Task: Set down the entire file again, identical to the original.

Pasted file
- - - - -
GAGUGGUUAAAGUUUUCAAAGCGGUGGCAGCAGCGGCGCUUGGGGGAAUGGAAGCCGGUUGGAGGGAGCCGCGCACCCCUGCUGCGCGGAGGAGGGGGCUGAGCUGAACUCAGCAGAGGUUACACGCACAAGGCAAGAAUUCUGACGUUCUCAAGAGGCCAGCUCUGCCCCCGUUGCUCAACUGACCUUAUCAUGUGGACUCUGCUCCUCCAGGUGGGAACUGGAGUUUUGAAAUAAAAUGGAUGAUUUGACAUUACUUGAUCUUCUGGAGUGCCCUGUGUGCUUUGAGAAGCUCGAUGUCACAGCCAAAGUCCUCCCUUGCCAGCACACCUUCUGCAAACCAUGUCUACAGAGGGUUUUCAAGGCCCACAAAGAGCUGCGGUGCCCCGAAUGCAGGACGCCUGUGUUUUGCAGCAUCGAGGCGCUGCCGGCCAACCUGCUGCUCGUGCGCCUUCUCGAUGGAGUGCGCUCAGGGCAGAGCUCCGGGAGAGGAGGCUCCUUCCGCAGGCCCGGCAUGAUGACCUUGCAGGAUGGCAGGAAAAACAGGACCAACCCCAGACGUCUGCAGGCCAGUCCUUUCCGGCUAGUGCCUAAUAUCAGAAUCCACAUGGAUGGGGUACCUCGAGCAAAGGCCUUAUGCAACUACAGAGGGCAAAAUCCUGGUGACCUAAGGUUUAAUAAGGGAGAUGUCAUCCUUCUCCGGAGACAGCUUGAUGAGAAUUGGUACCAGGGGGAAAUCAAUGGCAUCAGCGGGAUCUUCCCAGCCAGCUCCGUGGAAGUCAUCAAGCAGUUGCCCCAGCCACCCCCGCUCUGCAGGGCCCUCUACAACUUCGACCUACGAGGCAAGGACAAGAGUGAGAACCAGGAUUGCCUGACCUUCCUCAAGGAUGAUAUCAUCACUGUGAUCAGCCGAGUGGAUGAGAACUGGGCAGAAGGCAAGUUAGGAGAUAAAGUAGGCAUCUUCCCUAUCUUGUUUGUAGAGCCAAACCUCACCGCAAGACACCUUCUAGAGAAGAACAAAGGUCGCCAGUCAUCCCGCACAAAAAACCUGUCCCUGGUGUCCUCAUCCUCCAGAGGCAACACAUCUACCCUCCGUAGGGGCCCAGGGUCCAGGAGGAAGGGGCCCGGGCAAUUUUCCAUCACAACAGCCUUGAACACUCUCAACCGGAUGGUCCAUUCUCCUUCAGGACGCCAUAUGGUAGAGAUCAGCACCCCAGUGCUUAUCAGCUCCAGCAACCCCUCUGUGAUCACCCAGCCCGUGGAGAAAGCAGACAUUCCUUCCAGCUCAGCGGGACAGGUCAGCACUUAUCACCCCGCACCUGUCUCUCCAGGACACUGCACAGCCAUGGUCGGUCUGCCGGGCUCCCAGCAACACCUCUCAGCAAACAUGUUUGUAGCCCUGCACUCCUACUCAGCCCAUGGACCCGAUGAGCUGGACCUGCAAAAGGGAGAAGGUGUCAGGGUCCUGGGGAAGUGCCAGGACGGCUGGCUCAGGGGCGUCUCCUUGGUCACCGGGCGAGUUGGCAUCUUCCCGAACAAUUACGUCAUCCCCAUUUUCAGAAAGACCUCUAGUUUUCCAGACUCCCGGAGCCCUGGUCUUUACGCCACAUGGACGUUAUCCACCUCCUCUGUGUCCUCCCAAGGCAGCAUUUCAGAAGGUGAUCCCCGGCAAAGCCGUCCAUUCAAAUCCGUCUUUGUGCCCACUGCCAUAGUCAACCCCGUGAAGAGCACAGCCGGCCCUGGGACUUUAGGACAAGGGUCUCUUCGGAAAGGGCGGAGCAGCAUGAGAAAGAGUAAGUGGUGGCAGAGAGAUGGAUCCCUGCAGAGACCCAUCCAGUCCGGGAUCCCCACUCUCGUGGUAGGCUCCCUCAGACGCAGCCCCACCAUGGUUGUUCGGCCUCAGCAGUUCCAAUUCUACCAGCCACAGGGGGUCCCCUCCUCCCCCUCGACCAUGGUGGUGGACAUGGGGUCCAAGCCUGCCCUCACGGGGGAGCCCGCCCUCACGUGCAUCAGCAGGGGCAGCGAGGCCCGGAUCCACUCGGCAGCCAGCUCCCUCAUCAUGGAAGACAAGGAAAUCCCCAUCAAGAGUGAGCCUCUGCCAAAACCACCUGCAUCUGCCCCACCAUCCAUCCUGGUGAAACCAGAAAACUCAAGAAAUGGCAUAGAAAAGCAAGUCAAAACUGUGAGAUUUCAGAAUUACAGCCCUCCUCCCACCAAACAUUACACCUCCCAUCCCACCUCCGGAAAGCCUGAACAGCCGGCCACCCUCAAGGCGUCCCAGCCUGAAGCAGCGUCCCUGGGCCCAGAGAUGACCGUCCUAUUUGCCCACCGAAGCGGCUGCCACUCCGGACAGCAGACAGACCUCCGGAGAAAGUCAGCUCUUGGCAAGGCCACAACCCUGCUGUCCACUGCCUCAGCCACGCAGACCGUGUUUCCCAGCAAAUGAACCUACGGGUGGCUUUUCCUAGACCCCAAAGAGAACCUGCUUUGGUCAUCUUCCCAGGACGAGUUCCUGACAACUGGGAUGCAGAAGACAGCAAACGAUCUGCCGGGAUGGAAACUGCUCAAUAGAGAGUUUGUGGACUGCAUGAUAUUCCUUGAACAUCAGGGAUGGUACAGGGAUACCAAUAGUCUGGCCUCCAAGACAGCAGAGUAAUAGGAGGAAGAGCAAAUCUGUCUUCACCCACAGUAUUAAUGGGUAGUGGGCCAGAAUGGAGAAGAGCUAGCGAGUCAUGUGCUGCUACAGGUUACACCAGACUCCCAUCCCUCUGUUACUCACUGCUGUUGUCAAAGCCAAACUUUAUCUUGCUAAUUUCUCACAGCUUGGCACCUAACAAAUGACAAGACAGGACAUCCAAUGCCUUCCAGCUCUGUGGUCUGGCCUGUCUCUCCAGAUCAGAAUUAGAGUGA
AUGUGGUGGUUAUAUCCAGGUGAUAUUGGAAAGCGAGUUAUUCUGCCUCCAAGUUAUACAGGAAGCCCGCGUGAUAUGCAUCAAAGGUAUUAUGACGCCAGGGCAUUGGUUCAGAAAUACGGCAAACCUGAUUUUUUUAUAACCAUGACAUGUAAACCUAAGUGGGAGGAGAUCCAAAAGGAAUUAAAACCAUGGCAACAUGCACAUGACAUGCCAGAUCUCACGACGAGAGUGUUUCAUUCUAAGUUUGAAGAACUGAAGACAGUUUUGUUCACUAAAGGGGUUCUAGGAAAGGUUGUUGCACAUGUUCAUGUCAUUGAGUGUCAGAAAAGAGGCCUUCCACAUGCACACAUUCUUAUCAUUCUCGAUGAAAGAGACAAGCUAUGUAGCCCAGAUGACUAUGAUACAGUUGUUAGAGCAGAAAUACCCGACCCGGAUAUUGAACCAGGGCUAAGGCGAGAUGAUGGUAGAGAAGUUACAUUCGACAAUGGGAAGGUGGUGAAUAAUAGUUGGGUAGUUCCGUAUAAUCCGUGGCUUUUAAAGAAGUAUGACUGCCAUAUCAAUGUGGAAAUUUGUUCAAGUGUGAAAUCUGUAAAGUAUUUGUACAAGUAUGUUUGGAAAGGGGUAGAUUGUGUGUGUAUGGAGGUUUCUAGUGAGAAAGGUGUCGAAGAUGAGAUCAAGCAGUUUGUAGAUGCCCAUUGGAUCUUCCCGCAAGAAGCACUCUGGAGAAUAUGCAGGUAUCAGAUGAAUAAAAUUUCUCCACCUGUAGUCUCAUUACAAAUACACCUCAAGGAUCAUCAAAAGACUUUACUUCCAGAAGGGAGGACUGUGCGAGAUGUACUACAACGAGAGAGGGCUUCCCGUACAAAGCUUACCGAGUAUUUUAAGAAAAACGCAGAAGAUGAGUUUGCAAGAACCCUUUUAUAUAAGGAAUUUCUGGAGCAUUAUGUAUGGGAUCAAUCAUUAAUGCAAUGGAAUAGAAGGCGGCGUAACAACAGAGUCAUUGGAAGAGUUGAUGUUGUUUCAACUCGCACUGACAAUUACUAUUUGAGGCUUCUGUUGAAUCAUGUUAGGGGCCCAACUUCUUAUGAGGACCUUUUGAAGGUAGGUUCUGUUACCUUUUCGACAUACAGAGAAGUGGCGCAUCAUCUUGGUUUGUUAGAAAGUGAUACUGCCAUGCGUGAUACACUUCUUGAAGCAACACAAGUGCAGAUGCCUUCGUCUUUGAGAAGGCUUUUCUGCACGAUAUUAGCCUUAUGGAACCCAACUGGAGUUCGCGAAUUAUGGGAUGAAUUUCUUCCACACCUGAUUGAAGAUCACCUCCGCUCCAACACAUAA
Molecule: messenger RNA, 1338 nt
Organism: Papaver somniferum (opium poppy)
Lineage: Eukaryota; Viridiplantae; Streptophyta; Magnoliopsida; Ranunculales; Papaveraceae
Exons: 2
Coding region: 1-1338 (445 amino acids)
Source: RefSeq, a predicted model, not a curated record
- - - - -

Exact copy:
GAGUGGUUAAAGUUUUCAAAGCGGUGGCAGCAGCGGCGCUUGGGGGAAUGGAAGCCGGUUGGAGGGAGCCGCGCACCCCUGCUGCGCGGAGGAGGGGGCUGAGCUGAACUCAGCAGAGGUUACACGCACAAGGCAAGAAUUCUGACGUUCUCAAGAGGCCAGCUCUGCCCCCGUUGCUCAACUGACCUUAUCAUGUGGACUCUGCUCCUCCAGGUGGGAACUGGAGUUUUGAAAUAAAAUGGAUGAUUUGACAUUACUUGAUCUUCUGGAGUGCCCUGUGUGCUUUGAGAAGCUCGAUGUCACAGCCAAAGUCCUCCCUUGCCAGCACACCUUCUGCAAACCAUGUCUACAGAGGGUUUUCAAGGCCCACAAAGAGCUGCGGUGCCCCGAAUGCAGGACGCCUGUGUUUUGCAGCAUCGAGGCGCUGCCGGCCAACCUGCUGCUCGUGCGCCUUCUCGAUGGAGUGCGCUCAGGGCAGAGCUCCGGGAGAGGAGGCUCCUUCCGCAGGCCCGGCAUGAUGACCUUGCAGGAUGGCAGGAAAAACAGGACCAACCCCAGACGUCUGCAGGCCAGUCCUUUCCGGCUAGUGCCUAAUAUCAGAAUCCACAUGGAUGGGGUACCUCGAGCAAAGGCCUUAUGCAACUACAGAGGGCAAAAUCCUGGUGACCUAAGGUUUAAUAAGGGAGAUGUCAUCCUUCUCCGGAGACAGCUUGAUGAGAAUUGGUACCAGGGGGAAAUCAAUGGCAUCAGCGGGAUCUUCCCAGCCAGCUCCGUGGAAGUCAUCAAGCAGUUGCCCCAGCCACCCCCGCUCUGCAGGGCCCUCUACAACUUCGACCUACGAGGCAAGGACAAGAGUGAGAACCAGGAUUGCCUGACCUUCCUCAAGGAUGAUAUCAUCACUGUGAUCAGCCGAGUGGAUGAGAACUGGGCAGAAGGCAAGUUAGGAGAUAAAGUAGGCAUCUUCCCUAUCUUGUUUGUAGAGCCAAACCUCACCGCAAGACACCUUCUAGAGAAGAACAAAGGUCGCCAGUCAUCCCGCACAAAAAACCUGUCCCUGGUGUCCUCAUCCUCCAGAGGCAACACAUCUACCCUCCGUAGGGGCCCAGGGUCCAGGAGGAAGGGGCCCGGGCAAUUUUCCAUCACAACAGCCUUGAACACUCUCAACCGGAUGGUCCAUUCUCCUUCAGGACGCCAUAUGGUAGAGAUCAGCACCCCAGUGCUUAUCAGCUCCAGCAACCCCUCUGUGAUCACCCAGCCCGUGGAGAAAGCAGACAUUCCUUCCAGCUCAGCGGGACAGGUCAGCACUUAUCACCCCGCACCUGUCUCUCCAGGACACUGCACAGCCAUGGUCGGUCUGCCGGGCUCCCAGCAACACCUCUCAGCAAACAUGUUUGUAGCCCUGCACUCCUACUCAGCCCAUGGACCCGAUGAGCUGGACCUGCAAAAGGGAGAAGGUGUCAGGGUCCUGGGGAAGUGCCAGGACGGCUGGCUCAGGGGCGUCUCCUUGGUCACCGGGCGAGUUGGCAUCUUCCCGAACAAUUACGUCAUCCCCAUUUUCAGAAAGACCUCUAGUUUUCCAGACUCCCGGAGCCCUGGUCUUUACGCCACAUGGACGUUAUCCACCUCCUCUGUGUCCUCCCAAGGCAGCAUUUCAGAAGGUGAUCCCCGGCAAAGCCGUCCAUUCAAAUCCGUCUUUGUGCCCACUGCCAUAGUCAACCCCGUGAAGAGCACAGCCGGCCCUGGGACUUUAGGACAAGGGUCUCUUCGGAAAGGGCGGAGCAGCAUGAGAAAGAGUAAGUGGUGGCAGAGAGAUGGAUCCCUGCAGAGACCCAUCCAGUCCGGGAUCCCCACUCUCGUGGUAGGCUCCCUCAGACGCAGCCCCACCAUGGUUGUUCGGCCUCAGCAGUUCCAAUUCUACCAGCCACAGGGGGUCCCCUCCUCCCCCUCGACCAUGGUGGUGGACAUGGGGUCCAAGCCUGCCCUCACGGGGGAGCCCGCCCUCACGUGCAUCAGCAGGGGCAGCGAGGCCCGGAUCCACUCGGCAGCCAGCUCCCUCAUCAUGGAAGACAAGGAAAUCCCCAUCAAGAGUGAGCCUCUGCCAAAACCACCUGCAUCUGCCCCACCAUCCAUCCUGGUGAAACCAGAAAACUCAAGAAAUGGCAUAGAAAAGCAAGUCAAAACUGUGAGAUUUCAGAAUUACAGCCCUCCUCCCACCAAACAUUACACCUCCCAUCCCACCUCCGGAAAGCCUGAACAGCCGGCCACCCUCAAGGCGUCCCAGCCUGAAGCAGCGUCCCUGGGCCCAGAGAUGACCGUCCUAUUUGCCCACCGAAGCGGCUGCCACUCCGGACAGCAGACAGACCUCCGGAGAAAGUCAGCUCUUGGCAAGGCCACAACCCUGCUGUCCACUGCCUCAGCCACGCAGACCGUGUUUCCCAGCAAAUGAACCUACGGGUGGCUUUUCCUAGACCCCAAAGAGAACCUGCUUUGGUCAUCUUCCCAGGACGAGUUCCUGACAACUGGGAUGCAGAAGACAGCAAACGAUCUGCCGGGAUGGAAACUGCUCAAUAGAGAGUUUGUGGACUGCAUGAUAUUCCUUGAACAUCAGGGAUGGUACAGGGAUACCAAUAGUCUGGCCUCCAAGACAGCAGAGUAAUAGGAGGAAGAGCAAAUCUGUCUUCACCCACAGUAUUAAUGGGUAGUGGGCCAGAAUGGAGAAGAGCUAGCGAGUCAUGUGCUGCUACAGGUUACACCAGACUCCCAUCCCUCUGUUACUCACUGCUGUUGUCAAAGCCAAACUUUAUCUUGCUAAUUUCUCACAGCUUGGCACCUAACAAAUGACAAGACAGGACAUCCAAUGCCUUCCAGCUCUGUGGUCUGGCCUGUCUCUCCAGAUCAGAAUUAGAGUGA
AUGUGGUGGUUAUAUCCAGGUGAUAUUGGAAAGCGAGUUAUUCUGCCUCCAAGUUAUACAGGAAGCCCGCGUGAUAUGCAUCAAAGGUAUUAUGACGCCAGGGCAUUGGUUCAGAAAUACGGCAAACCUGAUUUUUUUAUAACCAUGACAUGUAAACCUAAGUGGGAGGAGAUCCAAAAGGAAUUAAAACCAUGGCAACAUGCACAUGACAUGCCAGAUCUCACGACGAGAGUGUUUCAUUCUAAGUUUGAAGAACUGAAGACAGUUUUGUUCACUAAAGGGGUUCUAGGAAAGGUUGUUGCACAUGUUCAUGUCAUUGAGUGUCAGAAAAGAGGCCUUCCACAUGCACACAUUCUUAUCAUUCUCGAUGAAAGAGACAAGCUAUGUAGCCCAGAUGACUAUGAUACAGUUGUUAGAGCAGAAAUACCCGACCCGGAUAUUGAACCAGGGCUAAGGCGAGAUGAUGGUAGAGAAGUUACAUUCGACAAUGGGAAGGUGGUGAAUAAUAGUUGGGUAGUUCCGUAUAAUCCGUGGCUUUUAAAGAAGUAUGACUGCCAUAUCAAUGUGGAAAUUUGUUCAAGUGUGAAAUCUGUAAAGUAUUUGUACAAGUAUGUUUGGAAAGGGGUAGAUUGUGUGUGUAUGGAGGUUUCUAGUGAGAAAGGUGUCGAAGAUGAGAUCAAGCAGUUUGUAGAUGCCCAUUGGAUCUUCCCGCAAGAAGCACUCUGGAGAAUAUGCAGGUAUCAGAUGAAUAAAAUUUCUCCACCUGUAGUCUCAUUACAAAUACACCUCAAGGAUCAUCAAAAGACUUUACUUCCAGAAGGGAGGACUGUGCGAGAUGUACUACAACGAGAGAGGGCUUCCCGUACAAAGCUUACCGAGUAUUUUAAGAAAAACGCAGAAGAUGAGUUUGCAAGAACCCUUUUAUAUAAGGAAUUUCUGGAGCAUUAUGUAUGGGAUCAAUCAUUAAUGCAAUGGAAUAGAAGGCGGCGUAACAACAGAGUCAUUGGAAGAGUUGAUGUUGUUUCAACUCGCACUGACAAUUACUAUUUGAGGCUUCUGUUGAAUCAUGUUAGGGGCCCAACUUCUUAUGAGGACCUUUUGAAGGUAGGUUCUGUUACCUUUUCGACAUACAGAGAAGUGGCGCAUCAUCUUGGUUUGUUAGAAAGUGAUACUGCCAUGCGUGAUACACUUCUUGAAGCAACACAAGUGCAGAUGCCUUCGUCUUUGAGAAGGCUUUUCUGCACGAUAUUAGCCUUAUGGAACCCAACUGGAGUUCGCGAAUUAUGGGAUGAAUUUCUUCCACACCUGAUUGAAGAUCACCUCCGCUCCAACACAUAA
Molecule: messenger RNA, 1338 nt
Organism: Papaver somniferum (opium poppy)
Lineage: Eukaryota; Viridiplantae; Streptophyta; Magnoliopsida; Ranunculales; Papaveraceae
Exons: 2
Coding region: 1-1338 (445 amino acids)
Source: RefSeq, a predicted model, not a curated record